The use of LDI helps exploit a wider range of investment choices, adds flexibility in investment policies, and provides further support to de-risking, apart from freeing up resources for investing in returns-generating strategies. For example, the plan sponsor could reduce interest rate sensitivity by using long-duration bonds or by using leverage. The use of leverage is primarily to reduce the gap in interest rate sensitivity between the assets and liabilities, and to magnify the returns-seeking component. 

The bottom line is, how much of the interest rate risk the plan sponsor is willing to tolerate. Plan sponsors need to explicitly state the target levels of key risks that drive the funding ratio volatility. 

The risk management problem that is less manageable is the scenario where interest rates rise and the equity markets crash. This will result in marked-to-market losses, which need to be collateralised in the brokerage margin account on a daily basis. This is not as manageable an outcome for plan sponsors, especially unsophisticated ones, from a derivatives risk management perspective.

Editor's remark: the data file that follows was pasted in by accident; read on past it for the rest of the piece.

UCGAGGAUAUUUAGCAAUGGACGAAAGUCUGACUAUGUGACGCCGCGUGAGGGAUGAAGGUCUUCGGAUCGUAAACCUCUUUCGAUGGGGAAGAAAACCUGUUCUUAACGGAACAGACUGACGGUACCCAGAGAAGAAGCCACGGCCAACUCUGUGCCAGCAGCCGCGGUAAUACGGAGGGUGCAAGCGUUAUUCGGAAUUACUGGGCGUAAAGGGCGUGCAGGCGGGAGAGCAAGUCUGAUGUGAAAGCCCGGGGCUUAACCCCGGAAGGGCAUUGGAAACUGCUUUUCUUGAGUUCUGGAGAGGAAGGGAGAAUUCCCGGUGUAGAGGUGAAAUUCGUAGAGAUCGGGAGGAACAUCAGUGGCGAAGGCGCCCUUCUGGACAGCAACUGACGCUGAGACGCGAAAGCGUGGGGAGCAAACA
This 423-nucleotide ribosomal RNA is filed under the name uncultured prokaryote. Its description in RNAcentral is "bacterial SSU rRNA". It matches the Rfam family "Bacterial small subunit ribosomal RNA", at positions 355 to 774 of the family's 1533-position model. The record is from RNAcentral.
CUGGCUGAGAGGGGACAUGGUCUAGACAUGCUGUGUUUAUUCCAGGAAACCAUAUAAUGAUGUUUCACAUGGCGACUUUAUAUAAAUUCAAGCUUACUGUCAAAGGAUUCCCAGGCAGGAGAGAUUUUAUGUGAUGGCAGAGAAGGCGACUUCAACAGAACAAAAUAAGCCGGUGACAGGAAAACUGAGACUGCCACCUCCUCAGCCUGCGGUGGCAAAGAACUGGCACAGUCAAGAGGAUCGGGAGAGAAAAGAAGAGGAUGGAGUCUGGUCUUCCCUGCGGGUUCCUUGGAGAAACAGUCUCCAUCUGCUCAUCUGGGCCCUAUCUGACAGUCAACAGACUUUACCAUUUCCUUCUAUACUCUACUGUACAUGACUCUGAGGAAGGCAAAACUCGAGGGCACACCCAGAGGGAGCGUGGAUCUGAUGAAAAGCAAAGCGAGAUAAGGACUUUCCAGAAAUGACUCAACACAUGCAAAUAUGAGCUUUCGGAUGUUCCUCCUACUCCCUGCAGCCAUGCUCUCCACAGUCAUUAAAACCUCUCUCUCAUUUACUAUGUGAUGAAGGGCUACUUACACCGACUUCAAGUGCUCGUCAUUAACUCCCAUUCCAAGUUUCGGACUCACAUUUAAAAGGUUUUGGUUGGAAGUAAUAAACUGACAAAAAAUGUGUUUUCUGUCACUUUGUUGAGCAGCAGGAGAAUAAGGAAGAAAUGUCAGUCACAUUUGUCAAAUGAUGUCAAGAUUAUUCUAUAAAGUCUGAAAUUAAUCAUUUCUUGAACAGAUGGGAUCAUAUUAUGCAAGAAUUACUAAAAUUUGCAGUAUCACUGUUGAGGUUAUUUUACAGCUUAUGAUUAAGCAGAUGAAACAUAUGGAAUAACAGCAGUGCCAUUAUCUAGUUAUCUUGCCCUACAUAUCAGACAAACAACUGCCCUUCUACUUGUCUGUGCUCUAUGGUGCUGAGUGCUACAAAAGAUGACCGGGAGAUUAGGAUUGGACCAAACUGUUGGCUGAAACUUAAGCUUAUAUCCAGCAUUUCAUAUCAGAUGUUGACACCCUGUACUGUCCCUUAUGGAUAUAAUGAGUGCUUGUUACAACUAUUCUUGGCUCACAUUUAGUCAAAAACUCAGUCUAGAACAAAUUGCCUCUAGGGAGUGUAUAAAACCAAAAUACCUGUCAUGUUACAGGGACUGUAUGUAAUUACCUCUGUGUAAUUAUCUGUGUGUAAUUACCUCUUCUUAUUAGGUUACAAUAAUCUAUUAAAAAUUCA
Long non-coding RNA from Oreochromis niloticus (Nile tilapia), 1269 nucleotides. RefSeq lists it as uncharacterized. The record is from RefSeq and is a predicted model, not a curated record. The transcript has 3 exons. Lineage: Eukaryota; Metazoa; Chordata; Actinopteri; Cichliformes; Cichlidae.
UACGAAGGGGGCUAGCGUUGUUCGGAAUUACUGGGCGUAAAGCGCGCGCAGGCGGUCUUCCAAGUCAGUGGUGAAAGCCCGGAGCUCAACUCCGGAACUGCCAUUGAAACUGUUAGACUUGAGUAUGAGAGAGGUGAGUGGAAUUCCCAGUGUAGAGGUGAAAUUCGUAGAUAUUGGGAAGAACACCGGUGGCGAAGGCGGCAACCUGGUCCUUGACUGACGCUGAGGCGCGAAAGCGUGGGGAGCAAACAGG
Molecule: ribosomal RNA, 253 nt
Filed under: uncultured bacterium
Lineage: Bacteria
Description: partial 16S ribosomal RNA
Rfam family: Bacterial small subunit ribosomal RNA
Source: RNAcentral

The moral of the story is that the plan sponsor needs to be fully cognisant of what the funding ratio is before it gets into a leveraged LDI solution, especially in managing derivatives-related liquidity risks from margin calls in adverse, black swan scenarios that brought down the once great Long-Term Capital Management. 

Risk parity strategies

The risk parity approach entails a well-diversified portfolio where portfolio construction, combined with leverage, ensures all asset classes have the same marginal contribution to the total risk of the portfolio. By construction, risk parity is not based on the reduction of surplus volatility of the entire portfolio – i.e., its assets versus liabilities – but purely based on the total risk of the portfolio.

In risk parity, the total risk is defined or measured by the volatility of the rates of return of the portfolio. In this scenario, risk parity portfolios make relatively large allocations to lower-risk asset classes, such as government bonds, through leverage. Leverage is installed with the expectation that the portfolio will outperform a typical portfolio without leverage for the same level of risk.

Risk parity can also help in the asset/liability context. Within this framework, the optimal investment strategy on the asset side will consist of a liability-matching portfolio and a risky asset allocation portfolio. The liability-matching portfolio will be dependent on the plan’s liabilities and the risky asset allocation portfolio will be based on risk parity. This approach will lead to lower surplus risk.